The House Democrats’ recently released infrastructure bill, Moving Forward Act (H.R. 2), includes a myriad of housing provisions including:

  • A permanent minimum four percent rate, effective for buildings that receive determination of a LIHTC allocation after December 31, 2019, and which are placed in service by the taxpayer after such date;
  • An increase in the annual nine percent LIHTC allocation from $2.81 per capita to $4.56 per capita, and an increase in the small state minimum from $3,217,500 to $5,214,051, phased in over two years;
  • Lowering the 50 percent test for bond financing to 25 percent;
  • Providing a 150 percent first year credit to address adjuster issues that have arisen as a result of the COVID-19 crisis;
  • Basis boosts to facilitate certain types of developments:
    • A 50 percent basis boost for developments serving extremely low-income tenants, along with another ten percent increase in Housing Credit allocations to states (on top of the existing allocation) to be used specifically for these developments;
    • A 30 percent basis boost for properties in rural areas;
    • A 30 percent basis boost for properties in Native American areas; and
    • The ability for the state housing agency to provide a 30 percent basis boost as needed for properties financed by Housing Bonds.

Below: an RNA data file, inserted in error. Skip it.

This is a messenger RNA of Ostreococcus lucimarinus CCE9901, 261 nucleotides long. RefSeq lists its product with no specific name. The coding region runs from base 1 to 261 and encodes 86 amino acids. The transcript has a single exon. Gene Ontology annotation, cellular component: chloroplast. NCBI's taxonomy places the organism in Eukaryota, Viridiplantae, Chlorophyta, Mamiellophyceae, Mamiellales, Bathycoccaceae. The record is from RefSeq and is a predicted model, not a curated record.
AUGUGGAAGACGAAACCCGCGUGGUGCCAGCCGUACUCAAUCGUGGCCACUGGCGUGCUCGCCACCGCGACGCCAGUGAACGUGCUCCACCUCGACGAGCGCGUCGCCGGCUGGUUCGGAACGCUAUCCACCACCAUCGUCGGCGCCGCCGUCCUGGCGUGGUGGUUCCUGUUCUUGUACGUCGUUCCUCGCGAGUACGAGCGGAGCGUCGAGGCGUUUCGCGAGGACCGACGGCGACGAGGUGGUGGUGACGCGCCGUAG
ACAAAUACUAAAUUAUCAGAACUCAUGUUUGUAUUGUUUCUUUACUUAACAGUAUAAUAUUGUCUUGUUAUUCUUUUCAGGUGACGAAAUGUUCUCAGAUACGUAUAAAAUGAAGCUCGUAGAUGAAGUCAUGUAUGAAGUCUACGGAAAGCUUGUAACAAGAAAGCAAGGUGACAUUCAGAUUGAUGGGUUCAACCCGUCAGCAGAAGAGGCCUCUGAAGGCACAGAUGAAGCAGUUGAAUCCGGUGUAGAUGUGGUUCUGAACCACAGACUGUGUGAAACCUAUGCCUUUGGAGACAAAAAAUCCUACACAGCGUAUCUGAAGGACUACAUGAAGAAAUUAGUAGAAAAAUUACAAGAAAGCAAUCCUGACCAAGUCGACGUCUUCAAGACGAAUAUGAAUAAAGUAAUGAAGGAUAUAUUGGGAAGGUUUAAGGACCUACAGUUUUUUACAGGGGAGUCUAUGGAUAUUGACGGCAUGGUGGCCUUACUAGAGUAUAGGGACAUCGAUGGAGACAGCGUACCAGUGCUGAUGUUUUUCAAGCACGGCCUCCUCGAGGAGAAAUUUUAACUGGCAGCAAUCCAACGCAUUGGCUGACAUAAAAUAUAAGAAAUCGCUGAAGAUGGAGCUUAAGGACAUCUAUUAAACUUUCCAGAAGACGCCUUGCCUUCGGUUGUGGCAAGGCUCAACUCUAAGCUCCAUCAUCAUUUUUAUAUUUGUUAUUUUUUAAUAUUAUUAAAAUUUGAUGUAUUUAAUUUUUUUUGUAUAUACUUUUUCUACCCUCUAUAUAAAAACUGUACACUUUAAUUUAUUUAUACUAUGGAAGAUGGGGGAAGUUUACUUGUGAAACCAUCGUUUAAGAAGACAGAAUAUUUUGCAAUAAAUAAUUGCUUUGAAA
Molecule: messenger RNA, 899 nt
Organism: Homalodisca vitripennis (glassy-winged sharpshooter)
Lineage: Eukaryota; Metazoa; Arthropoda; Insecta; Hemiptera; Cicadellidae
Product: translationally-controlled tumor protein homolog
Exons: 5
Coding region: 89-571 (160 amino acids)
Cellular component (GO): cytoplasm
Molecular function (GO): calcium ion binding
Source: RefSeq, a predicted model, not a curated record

• A prohibition on local approval and contribution requirements;
  • Extending the following two LIHTC deadlines for one year:
    • Ten percent test deadline and
    • Rehabilitation expenditure deadline.
  • An expansion of Private Activity Bonds, increasing the state ceiling from $105 per capita to $135 per capita and increasing the small state minimum;
  • A new 25 percent low-income housing supportive services credit to cover a portion of costs for providing certain resident services at LIHTC properties;
  • A provision to curtail the use of Qualified Contracts by repealing the option going forward and changing the formula that determines purchase price on existing properties (i.e. the Save Affordable Housing Act of 2019 ( 1956/H.R. 3479);
  • A provision to implement the Neighborhood Homes Investment Act (R. 3316), which would create a new credit to encourage rehabilitation of deteriorated homes in distressed neighborhoods;
  • Permanently extend the New Markets Tax Credit at $5 billion (with additional allocation in 2020 and 2021);
  • Increase the Historic Tax Credit applicable percentage from 20 percent to 30 percent for five years; and
  • Delay the phasedown of the Renewable Energy Investment Tax Credit until 2026.

The bill would also authorize $100 billion for broadband and $100 billion in funding for housing, including:

  • $70 billion for the Public Housing Capital Fund;
  • $10 billion for CDBG;
  • $5 billion for HOME; and
  • $5 billion for the Housing Trust Fund.

The section by section summary can be found here. A vote on the legislation is expected before the Fourth of July recess. While the bill is likely to pass the Democrat-led House, it will face greater resistance in the GOP-led Senate. The bill does not include any pay-fors and Republicans are already panning the bill as dead-on-arrival. However, the bill may set an important marker for future infrastructure negotiations. The Trump administration is reportedly drafting a $1 trillion infrastructure package aimed at spurring the economy.